How to speak to strangers when you’re travelling alone

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How to make new friends when you’re travelling

Meeting new people is one of the great delights of solo travel. But how do you go about starting a conversation to begin with? For some travellers, this can be a point of mystery. If you’ve never travelled alone before, it might seem a bit awkward to simply talk to strangers in a bar. Sure, the confident cats among us could do it – but what about those who feel a bit more… self-conscious, or people with the odd bit of social anxiety? Does this mean shy people just don’t make friends abroad?

Read more: The life-changing magic of meeting new people

Luckily not. In fact, anyone who’s ever travelled alone will tell you that it’s remarkably easy to start a conversation – whether you’re in a bus headed to Ho Chi Minh or a bar in downtown Rio. Normal codes of conduct (say, the don’t-speak-to-anyone-ever that rules London underground) simply don’t apply. Those flying solo are usually super-keen to meet fellow go-it-aloners. You quickly feel less like you’re trying to somehow pick someone up – without the residue romance – and more like this is the way we should all be: friendly, curious, with good manners and open to meeting others.

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But, just in case you still need a little conviction that you won’t languish alone looking for mates on your next foray abroad, we’re rounded up a few tips from the Flashpacker crowd on how to get a conversation started. These guys are fluent in the language of travelling alone, so listen up and take heed if you want to meet new people with minimum fuss:

How to start a conversation with good ice breakers

You could use a typically British hook to get the chit-chat rolling, suggests Flashpacker Claire. “Talk about where you are – nice view, great food, etc… the weather!” This is a pretty much fail-safe option: anyone at all can talk about the weather – and who doesn’t like to chew the fat about food? Great noodles, bad milkshakes, how much you miss a humble jacket potato and cheese. The possibilities here are endless – all good conversation starters should feel natural, and not require too much overthinking.

Read more: The Kondo effect – using travel to de-clutter the mind

Don’t ask what people do

A lot of travellers are getting away from what they do back home – they’re looking for an escape, which is perhaps why Helen says, “Don’t ask people what they do for a living as an opener”. Of course, you might get around to this topic; but it’s a textbook dinner party question; not one for a remote beach in Colombia or a tiny Peruvian restaurant. Social etiquette for travellers is a bit more easygoing, and much more flexible.  

Acknowledge the awkwardness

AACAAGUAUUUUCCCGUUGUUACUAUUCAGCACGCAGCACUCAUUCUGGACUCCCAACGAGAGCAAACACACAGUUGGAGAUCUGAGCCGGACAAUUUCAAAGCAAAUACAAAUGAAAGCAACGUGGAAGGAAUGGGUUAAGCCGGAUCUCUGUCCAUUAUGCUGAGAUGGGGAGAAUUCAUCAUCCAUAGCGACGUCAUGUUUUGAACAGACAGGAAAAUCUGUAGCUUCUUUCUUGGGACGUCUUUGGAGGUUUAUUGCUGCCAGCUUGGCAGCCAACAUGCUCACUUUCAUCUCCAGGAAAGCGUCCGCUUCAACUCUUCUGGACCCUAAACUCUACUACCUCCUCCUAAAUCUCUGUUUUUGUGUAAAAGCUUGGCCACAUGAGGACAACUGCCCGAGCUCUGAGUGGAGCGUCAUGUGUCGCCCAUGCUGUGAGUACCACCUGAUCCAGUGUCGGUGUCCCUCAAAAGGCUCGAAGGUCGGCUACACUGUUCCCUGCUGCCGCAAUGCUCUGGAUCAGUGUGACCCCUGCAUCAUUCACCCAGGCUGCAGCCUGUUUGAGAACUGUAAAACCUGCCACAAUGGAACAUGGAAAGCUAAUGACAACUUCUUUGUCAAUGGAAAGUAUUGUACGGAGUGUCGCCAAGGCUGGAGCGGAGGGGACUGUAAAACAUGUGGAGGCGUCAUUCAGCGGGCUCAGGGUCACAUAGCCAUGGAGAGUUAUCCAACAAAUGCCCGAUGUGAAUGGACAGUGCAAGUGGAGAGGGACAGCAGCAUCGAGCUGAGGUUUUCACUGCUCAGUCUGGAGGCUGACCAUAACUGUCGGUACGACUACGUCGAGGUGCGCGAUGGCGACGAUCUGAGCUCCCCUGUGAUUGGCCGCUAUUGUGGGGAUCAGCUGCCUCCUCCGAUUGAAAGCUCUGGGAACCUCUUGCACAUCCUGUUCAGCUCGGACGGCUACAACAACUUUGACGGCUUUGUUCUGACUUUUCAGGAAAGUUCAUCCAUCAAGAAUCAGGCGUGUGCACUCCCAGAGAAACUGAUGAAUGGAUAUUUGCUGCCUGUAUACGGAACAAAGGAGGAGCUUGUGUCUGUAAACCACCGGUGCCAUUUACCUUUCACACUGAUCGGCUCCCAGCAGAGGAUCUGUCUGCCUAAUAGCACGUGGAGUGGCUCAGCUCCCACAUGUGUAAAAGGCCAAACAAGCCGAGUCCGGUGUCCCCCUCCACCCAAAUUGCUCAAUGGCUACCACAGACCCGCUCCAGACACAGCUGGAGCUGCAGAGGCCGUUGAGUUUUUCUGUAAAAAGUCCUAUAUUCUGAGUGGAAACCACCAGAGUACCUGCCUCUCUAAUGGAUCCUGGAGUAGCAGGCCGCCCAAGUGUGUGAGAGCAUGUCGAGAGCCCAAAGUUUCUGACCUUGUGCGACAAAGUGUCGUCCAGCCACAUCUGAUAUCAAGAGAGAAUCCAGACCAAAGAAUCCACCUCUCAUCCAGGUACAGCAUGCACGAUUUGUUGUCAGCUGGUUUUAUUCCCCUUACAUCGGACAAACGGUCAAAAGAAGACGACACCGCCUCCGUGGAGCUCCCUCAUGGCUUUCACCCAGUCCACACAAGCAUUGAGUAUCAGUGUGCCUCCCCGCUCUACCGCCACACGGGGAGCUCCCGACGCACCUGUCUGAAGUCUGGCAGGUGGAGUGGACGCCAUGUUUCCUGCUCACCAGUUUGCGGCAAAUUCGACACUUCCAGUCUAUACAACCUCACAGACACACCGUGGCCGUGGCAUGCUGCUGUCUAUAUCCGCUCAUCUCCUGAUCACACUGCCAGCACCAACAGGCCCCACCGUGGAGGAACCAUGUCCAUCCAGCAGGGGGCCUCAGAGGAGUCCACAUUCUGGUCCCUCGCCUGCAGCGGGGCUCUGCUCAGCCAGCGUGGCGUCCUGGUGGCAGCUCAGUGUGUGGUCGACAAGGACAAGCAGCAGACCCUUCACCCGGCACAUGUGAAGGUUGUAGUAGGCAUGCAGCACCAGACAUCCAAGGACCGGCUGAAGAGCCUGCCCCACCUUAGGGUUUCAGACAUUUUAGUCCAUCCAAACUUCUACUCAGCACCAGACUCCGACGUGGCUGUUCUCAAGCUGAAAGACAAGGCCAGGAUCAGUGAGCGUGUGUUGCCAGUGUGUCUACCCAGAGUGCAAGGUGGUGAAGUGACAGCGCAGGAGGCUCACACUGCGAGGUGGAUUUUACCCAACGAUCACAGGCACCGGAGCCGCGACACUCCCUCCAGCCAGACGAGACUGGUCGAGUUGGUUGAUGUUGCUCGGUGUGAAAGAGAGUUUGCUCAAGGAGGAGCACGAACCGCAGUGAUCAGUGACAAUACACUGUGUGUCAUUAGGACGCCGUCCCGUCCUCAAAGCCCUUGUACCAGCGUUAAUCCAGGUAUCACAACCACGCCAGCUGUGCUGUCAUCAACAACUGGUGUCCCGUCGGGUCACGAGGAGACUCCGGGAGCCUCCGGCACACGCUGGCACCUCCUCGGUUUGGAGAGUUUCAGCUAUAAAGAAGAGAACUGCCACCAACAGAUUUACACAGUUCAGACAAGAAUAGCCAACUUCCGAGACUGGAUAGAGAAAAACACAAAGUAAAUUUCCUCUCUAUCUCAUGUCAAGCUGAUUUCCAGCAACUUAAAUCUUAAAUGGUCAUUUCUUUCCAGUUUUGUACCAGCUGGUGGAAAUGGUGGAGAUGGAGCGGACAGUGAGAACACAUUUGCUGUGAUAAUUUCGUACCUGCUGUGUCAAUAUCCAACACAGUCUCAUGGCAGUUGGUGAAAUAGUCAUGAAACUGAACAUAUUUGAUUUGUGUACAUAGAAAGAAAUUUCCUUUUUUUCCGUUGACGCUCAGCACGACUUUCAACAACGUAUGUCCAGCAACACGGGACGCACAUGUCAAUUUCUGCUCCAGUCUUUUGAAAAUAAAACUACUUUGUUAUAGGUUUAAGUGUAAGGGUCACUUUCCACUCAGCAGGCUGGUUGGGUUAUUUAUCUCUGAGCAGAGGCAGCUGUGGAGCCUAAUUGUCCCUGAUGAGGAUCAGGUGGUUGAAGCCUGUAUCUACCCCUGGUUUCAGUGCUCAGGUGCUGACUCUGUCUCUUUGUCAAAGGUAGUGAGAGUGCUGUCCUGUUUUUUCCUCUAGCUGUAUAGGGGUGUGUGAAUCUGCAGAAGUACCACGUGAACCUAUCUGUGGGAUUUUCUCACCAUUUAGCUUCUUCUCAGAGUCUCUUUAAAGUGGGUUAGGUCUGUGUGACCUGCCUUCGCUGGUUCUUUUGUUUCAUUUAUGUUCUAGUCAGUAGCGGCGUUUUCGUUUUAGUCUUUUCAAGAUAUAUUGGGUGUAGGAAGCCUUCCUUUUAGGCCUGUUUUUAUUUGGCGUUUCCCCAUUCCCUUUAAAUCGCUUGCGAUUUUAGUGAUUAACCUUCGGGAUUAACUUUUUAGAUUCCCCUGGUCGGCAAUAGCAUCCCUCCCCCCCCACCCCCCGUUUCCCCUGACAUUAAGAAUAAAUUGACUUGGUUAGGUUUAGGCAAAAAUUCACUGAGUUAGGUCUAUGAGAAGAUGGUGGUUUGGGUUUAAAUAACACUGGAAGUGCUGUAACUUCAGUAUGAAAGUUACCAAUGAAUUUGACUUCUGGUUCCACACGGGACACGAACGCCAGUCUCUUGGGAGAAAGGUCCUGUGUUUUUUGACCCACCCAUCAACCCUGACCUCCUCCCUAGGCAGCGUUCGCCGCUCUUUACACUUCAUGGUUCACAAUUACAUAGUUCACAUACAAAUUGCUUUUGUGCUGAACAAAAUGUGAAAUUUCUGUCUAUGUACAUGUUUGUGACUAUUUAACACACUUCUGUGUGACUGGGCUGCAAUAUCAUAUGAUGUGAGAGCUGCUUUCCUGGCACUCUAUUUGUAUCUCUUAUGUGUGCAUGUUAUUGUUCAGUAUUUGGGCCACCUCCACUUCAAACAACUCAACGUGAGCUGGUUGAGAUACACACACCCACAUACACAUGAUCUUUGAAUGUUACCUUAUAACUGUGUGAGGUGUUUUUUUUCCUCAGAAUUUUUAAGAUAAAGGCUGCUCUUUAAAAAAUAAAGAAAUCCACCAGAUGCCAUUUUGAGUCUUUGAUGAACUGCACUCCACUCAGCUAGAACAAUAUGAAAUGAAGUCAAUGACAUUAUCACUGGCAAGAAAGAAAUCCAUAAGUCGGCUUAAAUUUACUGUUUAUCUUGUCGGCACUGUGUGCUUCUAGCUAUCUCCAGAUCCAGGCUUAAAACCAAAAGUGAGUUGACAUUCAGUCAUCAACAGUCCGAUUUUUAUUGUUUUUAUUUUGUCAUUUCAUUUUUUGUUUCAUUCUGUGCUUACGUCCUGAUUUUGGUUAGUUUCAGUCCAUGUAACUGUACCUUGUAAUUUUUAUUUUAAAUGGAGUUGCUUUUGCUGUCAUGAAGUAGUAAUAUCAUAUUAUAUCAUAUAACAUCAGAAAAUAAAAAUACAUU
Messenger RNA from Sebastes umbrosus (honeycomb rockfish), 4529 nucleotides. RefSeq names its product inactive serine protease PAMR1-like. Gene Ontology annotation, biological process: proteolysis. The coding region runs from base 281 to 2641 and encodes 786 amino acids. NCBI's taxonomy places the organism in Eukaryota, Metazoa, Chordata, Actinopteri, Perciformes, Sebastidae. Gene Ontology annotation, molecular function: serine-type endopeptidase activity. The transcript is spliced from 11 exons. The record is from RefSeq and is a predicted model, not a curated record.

Chatting someone up (without actually, you know, chatting them up), can feel unnatural – a bit like a blind date, but with (potential) friends. So, why not put the elephant in the room right out there, and have a joke about it? “Embrace the awkward laugh at yourself, that will get friends,” says Kerry-Alia. There’s no fixed way to meet new people – just go with whatever feels comfortable.

Get involved with the group chat

If you’re solo, you might tend to veer away from groups – and instead single other solos to approach. But more often than not, groups abroad are a mish-mash of solo travellers anyway. These are people who’ve been in your shoes, so they’ll likely be very receptive and welcoming.

Read more: Avoid this common mistake to make the most of your travels

“When I was on a Flash Pack trip to Myanmar earlier this year, literally everybody in our group went round a bar in Yangon saying hello to everybody that spoke English and inviting them to join us,” says Victoria. “A group wide effort made it seem less difficult. And we found some people who had been travelling for months who were over the moon to talk to new people. If nothing else, you have folk to take nice photos for you.” Ditch the Whatsapp group chat and talk to new people in the real world.

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The final word on how to talk to strangers

When all’s said and done, you just need to pluck up the courage and make the move. What’s the worst that could happen?

“Just do it, and don’t focus on the awkwardness,” advises Erika. “Ask how they are doing and what brings them to that particular place.” In the unlikely event you don’t get a good response or your opening gambit is a conversation killer, don’t take it personally. It’s all in the practice, and the more you do it, the more confident you’ll get.

Images: Shutterstock

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